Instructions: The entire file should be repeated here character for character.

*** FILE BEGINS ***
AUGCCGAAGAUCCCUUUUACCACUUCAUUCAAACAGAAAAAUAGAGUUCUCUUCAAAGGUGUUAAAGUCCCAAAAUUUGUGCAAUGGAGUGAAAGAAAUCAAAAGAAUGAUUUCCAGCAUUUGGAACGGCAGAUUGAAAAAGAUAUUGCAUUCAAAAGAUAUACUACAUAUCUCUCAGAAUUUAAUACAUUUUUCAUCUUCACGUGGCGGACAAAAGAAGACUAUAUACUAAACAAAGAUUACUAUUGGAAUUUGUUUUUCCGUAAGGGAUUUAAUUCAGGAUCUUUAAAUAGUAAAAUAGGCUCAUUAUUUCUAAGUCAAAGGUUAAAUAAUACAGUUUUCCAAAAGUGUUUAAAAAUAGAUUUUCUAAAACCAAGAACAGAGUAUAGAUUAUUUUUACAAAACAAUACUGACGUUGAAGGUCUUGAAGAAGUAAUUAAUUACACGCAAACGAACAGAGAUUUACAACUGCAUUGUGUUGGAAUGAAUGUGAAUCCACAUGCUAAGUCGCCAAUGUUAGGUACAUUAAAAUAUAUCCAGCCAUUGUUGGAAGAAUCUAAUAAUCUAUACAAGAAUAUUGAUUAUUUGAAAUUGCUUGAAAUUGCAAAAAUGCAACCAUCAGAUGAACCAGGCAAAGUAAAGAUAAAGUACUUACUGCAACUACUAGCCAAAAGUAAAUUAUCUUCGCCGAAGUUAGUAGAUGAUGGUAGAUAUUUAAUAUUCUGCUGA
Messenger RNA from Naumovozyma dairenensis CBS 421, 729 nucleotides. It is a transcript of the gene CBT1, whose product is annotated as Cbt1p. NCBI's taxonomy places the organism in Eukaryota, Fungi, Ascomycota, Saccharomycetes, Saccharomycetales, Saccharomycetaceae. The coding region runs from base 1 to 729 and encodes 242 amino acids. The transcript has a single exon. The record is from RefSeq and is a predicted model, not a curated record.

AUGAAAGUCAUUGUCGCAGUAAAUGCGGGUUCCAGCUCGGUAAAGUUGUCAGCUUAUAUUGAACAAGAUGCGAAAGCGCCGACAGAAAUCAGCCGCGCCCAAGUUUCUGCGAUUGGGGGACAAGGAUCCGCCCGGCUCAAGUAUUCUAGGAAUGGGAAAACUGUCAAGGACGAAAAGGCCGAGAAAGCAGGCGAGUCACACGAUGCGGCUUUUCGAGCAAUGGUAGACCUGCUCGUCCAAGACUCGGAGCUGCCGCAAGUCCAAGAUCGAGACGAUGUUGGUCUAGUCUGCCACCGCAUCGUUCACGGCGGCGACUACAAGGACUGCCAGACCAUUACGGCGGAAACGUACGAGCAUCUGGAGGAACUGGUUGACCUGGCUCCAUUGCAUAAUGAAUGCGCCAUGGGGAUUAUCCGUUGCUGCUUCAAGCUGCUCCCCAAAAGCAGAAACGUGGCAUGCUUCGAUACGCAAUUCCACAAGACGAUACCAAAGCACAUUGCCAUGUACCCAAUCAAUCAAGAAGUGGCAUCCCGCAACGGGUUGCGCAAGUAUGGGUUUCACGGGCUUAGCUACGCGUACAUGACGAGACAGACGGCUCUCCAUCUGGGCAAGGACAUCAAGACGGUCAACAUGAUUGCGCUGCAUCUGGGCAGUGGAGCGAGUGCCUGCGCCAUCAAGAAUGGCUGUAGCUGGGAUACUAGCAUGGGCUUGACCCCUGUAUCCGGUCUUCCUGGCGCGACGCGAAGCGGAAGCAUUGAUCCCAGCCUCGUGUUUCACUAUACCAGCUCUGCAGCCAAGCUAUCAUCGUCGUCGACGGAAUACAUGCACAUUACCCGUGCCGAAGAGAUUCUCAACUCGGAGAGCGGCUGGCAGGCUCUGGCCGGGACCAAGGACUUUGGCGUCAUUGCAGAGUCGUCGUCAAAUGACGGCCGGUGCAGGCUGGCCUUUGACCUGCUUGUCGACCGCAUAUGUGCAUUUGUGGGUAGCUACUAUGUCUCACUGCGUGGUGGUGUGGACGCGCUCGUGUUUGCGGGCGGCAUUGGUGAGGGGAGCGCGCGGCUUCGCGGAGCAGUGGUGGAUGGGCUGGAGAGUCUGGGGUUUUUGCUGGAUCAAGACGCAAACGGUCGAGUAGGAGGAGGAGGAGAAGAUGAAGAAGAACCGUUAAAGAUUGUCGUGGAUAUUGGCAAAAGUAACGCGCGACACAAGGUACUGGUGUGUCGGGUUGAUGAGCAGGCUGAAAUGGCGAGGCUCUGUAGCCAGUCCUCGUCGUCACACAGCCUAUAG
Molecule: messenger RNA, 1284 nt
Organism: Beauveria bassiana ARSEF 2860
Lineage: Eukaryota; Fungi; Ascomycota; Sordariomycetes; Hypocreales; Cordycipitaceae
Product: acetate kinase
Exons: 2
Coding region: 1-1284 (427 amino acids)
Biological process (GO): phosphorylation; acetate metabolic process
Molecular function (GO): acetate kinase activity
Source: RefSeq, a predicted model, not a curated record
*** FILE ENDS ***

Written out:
AUGCCGAAGAUCCCUUUUACCACUUCAUUCAAACAGAAAAAUAGAGUUCUCUUCAAAGGUGUUAAAGUCCCAAAAUUUGUGCAAUGGAGUGAAAGAAAUCAAAAGAAUGAUUUCCAGCAUUUGGAACGGCAGAUUGAAAAAGAUAUUGCAUUCAAAAGAUAUACUACAUAUCUCUCAGAAUUUAAUACAUUUUUCAUCUUCACGUGGCGGACAAAAGAAGACUAUAUACUAAACAAAGAUUACUAUUGGAAUUUGUUUUUCCGUAAGGGAUUUAAUUCAGGAUCUUUAAAUAGUAAAAUAGGCUCAUUAUUUCUAAGUCAAAGGUUAAAUAAUACAGUUUUCCAAAAGUGUUUAAAAAUAGAUUUUCUAAAACCAAGAACAGAGUAUAGAUUAUUUUUACAAAACAAUACUGACGUUGAAGGUCUUGAAGAAGUAAUUAAUUACACGCAAACGAACAGAGAUUUACAACUGCAUUGUGUUGGAAUGAAUGUGAAUCCACAUGCUAAGUCGCCAAUGUUAGGUACAUUAAAAUAUAUCCAGCCAUUGUUGGAAGAAUCUAAUAAUCUAUACAAGAAUAUUGAUUAUUUGAAAUUGCUUGAAAUUGCAAAAAUGCAACCAUCAGAUGAACCAGGCAAAGUAAAGAUAAAGUACUUACUGCAACUACUAGCCAAAAGUAAAUUAUCUUCGCCGAAGUUAGUAGAUGAUGGUAGAUAUUUAAUAUUCUGCUGA
Messenger RNA from Naumovozyma dairenensis CBS 421, 729 nucleotides. It is a transcript of the gene CBT1, whose product is annotated as Cbt1p. NCBI's taxonomy places the organism in Eukaryota, Fungi, Ascomycota, Saccharomycetes, Saccharomycetales, Saccharomycetaceae. The coding region runs from base 1 to 729 and encodes 242 amino acids. The transcript has a single exon. The record is from RefSeq and is a predicted model, not a curated record.

AUGAAAGUCAUUGUCGCAGUAAAUGCGGGUUCCAGCUCGGUAAAGUUGUCAGCUUAUAUUGAACAAGAUGCGAAAGCGCCGACAGAAAUCAGCCGCGCCCAAGUUUCUGCGAUUGGGGGACAAGGAUCCGCCCGGCUCAAGUAUUCUAGGAAUGGGAAAACUGUCAAGGACGAAAAGGCCGAGAAAGCAGGCGAGUCACACGAUGCGGCUUUUCGAGCAAUGGUAGACCUGCUCGUCCAAGACUCGGAGCUGCCGCAAGUCCAAGAUCGAGACGAUGUUGGUCUAGUCUGCCACCGCAUCGUUCACGGCGGCGACUACAAGGACUGCCAGACCAUUACGGCGGAAACGUACGAGCAUCUGGAGGAACUGGUUGACCUGGCUCCAUUGCAUAAUGAAUGCGCCAUGGGGAUUAUCCGUUGCUGCUUCAAGCUGCUCCCCAAAAGCAGAAACGUGGCAUGCUUCGAUACGCAAUUCCACAAGACGAUACCAAAGCACAUUGCCAUGUACCCAAUCAAUCAAGAAGUGGCAUCCCGCAACGGGUUGCGCAAGUAUGGGUUUCACGGGCUUAGCUACGCGUACAUGACGAGACAGACGGCUCUCCAUCUGGGCAAGGACAUCAAGACGGUCAACAUGAUUGCGCUGCAUCUGGGCAGUGGAGCGAGUGCCUGCGCCAUCAAGAAUGGCUGUAGCUGGGAUACUAGCAUGGGCUUGACCCCUGUAUCCGGUCUUCCUGGCGCGACGCGAAGCGGAAGCAUUGAUCCCAGCCUCGUGUUUCACUAUACCAGCUCUGCAGCCAAGCUAUCAUCGUCGUCGACGGAAUACAUGCACAUUACCCGUGCCGAAGAGAUUCUCAACUCGGAGAGCGGCUGGCAGGCUCUGGCCGGGACCAAGGACUUUGGCGUCAUUGCAGAGUCGUCGUCAAAUGACGGCCGGUGCAGGCUGGCCUUUGACCUGCUUGUCGACCGCAUAUGUGCAUUUGUGGGUAGCUACUAUGUCUCACUGCGUGGUGGUGUGGACGCGCUCGUGUUUGCGGGCGGCAUUGGUGAGGGGAGCGCGCGGCUUCGCGGAGCAGUGGUGGAUGGGCUGGAGAGUCUGGGGUUUUUGCUGGAUCAAGACGCAAACGGUCGAGUAGGAGGAGGAGGAGAAGAUGAAGAAGAACCGUUAAAGAUUGUCGUGGAUAUUGGCAAAAGUAACGCGCGACACAAGGUACUGGUGUGUCGGGUUGAUGAGCAGGCUGAAAUGGCGAGGCUCUGUAGCCAGUCCUCGUCGUCACACAGCCUAUAG
Molecule: messenger RNA, 1284 nt
Organism: Beauveria bassiana ARSEF 2860
Lineage: Eukaryota; Fungi; Ascomycota; Sordariomycetes; Hypocreales; Cordycipitaceae
Product: acetate kinase
Exons: 2
Coding region: 1-1284 (427 amino acids)
Biological process (GO): phosphorylation; acetate metabolic process
Molecular function (GO): acetate kinase activity
Source: RefSeq, a predicted model, not a curated record